Edward Cody
Washington Post
September 28, 2010

  • A d v e r t i s e m e n t
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When an unclaimed package was spotted in a busy Paris subway station Monday, police immediately diverted trains, ordered thousands of frustrated travelers into the street and dispatched a bomb squad to test for explosives.

Within half an hour, the armor-suited specialists had determined there was no bomb. Train and subway passengers flooded back into the Saint Lazare station, rail lines re-opened and France’s increasingly nervous anti-terrorism authorities breathed a sigh of relief.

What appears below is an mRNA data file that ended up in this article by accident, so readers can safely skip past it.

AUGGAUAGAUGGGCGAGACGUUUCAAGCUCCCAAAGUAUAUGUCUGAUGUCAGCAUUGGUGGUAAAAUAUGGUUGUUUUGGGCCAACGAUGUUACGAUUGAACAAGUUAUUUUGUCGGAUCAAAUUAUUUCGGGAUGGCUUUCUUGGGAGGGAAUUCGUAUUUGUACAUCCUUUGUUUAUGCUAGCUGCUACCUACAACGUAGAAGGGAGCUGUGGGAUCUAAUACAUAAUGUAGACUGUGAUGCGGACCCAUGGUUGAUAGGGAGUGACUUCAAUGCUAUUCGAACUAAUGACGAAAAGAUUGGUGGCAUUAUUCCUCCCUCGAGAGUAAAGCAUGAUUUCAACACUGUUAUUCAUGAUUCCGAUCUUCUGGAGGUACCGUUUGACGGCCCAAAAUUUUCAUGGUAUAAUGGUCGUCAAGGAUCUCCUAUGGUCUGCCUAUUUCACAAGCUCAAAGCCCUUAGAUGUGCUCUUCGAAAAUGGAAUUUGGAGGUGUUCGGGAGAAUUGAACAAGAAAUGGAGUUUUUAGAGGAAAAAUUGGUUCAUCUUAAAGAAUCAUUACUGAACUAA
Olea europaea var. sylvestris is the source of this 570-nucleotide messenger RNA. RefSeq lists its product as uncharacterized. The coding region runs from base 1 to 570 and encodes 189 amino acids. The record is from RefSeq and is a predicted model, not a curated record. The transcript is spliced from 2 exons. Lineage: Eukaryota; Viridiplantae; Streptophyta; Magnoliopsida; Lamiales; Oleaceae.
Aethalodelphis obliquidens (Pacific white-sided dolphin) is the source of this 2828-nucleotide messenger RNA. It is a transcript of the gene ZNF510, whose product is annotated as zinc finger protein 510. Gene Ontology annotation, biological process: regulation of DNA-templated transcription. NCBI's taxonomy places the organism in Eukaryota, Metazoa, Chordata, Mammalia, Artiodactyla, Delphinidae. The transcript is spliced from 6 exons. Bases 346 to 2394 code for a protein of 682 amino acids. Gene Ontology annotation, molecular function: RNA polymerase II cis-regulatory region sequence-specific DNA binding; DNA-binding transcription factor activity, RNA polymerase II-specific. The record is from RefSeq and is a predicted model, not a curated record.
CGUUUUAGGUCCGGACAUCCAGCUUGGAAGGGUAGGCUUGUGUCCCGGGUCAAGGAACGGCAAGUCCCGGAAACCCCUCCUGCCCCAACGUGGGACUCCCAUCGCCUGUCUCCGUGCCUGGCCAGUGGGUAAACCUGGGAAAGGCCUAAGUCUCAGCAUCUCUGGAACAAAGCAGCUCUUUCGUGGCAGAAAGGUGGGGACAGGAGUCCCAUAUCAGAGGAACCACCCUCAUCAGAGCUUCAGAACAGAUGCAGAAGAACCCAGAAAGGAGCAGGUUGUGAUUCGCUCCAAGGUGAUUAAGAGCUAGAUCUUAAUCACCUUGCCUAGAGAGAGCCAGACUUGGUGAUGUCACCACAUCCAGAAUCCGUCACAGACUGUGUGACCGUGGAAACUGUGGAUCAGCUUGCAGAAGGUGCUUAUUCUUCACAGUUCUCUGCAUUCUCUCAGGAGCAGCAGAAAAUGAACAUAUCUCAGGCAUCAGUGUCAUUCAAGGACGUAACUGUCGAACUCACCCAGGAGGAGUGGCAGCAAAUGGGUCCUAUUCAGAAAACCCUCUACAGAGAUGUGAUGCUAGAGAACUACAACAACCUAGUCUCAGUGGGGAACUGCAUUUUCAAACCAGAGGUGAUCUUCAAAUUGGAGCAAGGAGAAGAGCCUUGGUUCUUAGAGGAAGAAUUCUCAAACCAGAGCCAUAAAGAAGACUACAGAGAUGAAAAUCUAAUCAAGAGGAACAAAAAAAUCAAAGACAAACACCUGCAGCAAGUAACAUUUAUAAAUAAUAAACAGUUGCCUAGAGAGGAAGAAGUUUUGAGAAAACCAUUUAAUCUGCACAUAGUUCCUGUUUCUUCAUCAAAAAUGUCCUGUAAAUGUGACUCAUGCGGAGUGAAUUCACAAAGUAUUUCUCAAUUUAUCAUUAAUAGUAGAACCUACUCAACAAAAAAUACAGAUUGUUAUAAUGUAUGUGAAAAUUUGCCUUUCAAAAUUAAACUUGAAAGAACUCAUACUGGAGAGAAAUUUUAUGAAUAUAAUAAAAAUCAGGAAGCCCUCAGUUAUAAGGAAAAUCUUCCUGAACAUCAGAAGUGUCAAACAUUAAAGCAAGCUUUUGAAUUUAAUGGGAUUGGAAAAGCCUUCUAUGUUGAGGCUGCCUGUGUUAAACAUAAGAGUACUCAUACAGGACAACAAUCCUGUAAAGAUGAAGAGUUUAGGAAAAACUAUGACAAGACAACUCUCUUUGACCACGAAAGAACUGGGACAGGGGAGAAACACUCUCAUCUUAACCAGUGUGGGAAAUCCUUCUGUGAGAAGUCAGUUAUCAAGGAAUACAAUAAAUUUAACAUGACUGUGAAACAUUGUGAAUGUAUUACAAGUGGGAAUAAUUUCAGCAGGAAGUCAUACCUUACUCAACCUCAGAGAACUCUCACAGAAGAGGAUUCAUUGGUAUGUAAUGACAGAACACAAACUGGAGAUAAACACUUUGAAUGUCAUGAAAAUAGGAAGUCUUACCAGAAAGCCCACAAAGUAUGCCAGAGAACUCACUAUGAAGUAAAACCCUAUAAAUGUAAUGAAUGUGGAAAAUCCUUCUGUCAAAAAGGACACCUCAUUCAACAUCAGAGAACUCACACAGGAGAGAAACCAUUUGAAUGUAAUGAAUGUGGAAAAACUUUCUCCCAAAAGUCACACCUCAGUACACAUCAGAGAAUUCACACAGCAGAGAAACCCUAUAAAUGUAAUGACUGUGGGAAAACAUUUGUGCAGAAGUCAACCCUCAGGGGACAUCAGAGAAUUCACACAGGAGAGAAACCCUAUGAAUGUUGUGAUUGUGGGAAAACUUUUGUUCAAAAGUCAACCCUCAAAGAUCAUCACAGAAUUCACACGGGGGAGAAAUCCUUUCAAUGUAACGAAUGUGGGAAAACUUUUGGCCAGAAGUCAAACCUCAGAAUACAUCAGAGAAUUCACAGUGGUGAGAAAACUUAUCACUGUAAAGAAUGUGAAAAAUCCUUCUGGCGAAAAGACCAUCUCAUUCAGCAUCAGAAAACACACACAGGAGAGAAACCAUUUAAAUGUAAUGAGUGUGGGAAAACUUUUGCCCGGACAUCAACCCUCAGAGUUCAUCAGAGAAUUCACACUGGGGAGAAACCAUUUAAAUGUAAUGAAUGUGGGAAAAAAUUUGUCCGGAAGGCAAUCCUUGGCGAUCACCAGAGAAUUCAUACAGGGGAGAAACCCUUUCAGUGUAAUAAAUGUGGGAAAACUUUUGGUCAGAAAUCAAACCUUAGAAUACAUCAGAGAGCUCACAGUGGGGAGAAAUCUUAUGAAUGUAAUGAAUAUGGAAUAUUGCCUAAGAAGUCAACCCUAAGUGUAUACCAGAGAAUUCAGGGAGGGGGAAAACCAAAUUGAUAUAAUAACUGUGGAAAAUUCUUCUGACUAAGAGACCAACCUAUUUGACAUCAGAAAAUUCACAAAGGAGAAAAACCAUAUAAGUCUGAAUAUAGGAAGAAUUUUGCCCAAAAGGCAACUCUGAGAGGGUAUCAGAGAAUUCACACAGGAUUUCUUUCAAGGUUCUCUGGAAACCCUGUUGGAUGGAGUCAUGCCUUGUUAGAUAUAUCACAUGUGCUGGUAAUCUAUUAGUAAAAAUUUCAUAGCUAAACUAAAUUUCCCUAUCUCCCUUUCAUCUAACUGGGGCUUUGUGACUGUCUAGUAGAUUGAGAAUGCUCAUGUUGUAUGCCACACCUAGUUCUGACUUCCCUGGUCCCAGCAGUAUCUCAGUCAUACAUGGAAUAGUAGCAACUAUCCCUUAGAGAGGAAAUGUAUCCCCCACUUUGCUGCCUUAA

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The alert was short-lived but the message was clear: France has the jitters over the possibility of a terrorist attack. In a country where people sometimes make fun of precautions taken in the United States since Sept. 11, 2001, President Nicolas Sarkozy’s government has gone out of its way in recent days to warn repeatedly that terrorists may be planning a new attack in France.

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